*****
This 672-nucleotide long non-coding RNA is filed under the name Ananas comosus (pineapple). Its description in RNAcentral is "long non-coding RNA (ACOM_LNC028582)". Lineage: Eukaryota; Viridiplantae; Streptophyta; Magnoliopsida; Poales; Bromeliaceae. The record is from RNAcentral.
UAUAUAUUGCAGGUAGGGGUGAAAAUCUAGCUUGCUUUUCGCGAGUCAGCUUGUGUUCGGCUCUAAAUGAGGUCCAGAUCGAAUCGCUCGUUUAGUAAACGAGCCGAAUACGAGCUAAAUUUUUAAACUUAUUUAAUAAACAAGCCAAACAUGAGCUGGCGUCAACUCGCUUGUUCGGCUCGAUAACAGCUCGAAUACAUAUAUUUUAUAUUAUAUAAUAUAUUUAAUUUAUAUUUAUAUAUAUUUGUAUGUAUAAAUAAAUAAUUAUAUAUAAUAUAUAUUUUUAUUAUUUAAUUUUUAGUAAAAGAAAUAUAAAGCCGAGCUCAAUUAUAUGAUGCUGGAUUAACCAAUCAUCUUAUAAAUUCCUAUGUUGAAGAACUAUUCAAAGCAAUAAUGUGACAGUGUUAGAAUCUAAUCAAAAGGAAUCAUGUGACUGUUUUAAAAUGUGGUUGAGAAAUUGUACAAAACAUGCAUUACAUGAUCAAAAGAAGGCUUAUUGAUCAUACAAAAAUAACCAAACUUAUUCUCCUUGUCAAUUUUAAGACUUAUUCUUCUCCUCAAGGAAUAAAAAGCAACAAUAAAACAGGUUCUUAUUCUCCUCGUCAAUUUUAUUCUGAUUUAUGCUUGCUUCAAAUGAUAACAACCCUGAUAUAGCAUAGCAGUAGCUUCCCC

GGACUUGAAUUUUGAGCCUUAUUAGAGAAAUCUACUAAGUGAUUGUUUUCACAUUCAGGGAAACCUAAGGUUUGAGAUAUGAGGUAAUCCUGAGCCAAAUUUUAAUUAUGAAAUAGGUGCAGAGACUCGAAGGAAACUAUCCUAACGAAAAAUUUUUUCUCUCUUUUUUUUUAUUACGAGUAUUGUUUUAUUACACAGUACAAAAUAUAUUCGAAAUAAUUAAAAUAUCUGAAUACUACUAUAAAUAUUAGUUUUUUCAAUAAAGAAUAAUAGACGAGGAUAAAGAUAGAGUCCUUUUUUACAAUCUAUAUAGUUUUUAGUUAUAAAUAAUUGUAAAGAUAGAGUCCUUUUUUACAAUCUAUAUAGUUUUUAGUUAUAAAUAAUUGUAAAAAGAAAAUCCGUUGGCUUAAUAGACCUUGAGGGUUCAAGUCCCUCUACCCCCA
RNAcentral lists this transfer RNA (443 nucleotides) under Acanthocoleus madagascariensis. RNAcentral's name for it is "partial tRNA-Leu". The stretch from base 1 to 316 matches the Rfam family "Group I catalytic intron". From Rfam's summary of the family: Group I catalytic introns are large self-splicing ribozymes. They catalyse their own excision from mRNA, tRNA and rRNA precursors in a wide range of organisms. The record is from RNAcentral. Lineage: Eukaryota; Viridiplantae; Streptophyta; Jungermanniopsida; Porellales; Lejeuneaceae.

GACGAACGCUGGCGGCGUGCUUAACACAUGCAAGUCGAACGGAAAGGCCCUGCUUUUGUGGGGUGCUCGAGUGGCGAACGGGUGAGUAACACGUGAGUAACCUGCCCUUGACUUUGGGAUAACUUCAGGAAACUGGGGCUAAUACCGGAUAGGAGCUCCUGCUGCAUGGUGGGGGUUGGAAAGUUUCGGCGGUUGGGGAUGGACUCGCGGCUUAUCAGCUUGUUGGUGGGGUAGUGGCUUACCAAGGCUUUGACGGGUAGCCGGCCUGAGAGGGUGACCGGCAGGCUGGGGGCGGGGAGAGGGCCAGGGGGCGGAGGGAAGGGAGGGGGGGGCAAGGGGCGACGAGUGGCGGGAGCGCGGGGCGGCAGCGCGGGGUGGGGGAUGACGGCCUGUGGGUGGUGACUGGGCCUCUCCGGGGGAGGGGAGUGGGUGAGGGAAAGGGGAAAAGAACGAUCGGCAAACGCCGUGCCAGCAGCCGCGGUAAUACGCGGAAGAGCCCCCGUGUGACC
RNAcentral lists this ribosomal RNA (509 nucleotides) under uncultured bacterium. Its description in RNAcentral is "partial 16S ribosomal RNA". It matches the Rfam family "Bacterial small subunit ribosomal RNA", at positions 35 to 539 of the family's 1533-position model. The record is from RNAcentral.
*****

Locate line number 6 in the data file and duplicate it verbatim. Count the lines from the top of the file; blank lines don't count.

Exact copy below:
RNAcentral lists this ribosomal RNA (509 nucleotides) under uncultured bacterium. Its description in RNAcentral is "partial 16S ribosomal RNA". It matches the Rfam family "Bacterial small subunit ribosomal RNA", at positions 35 to 539 of the family's 1533-position model. The record is from RNAcentral.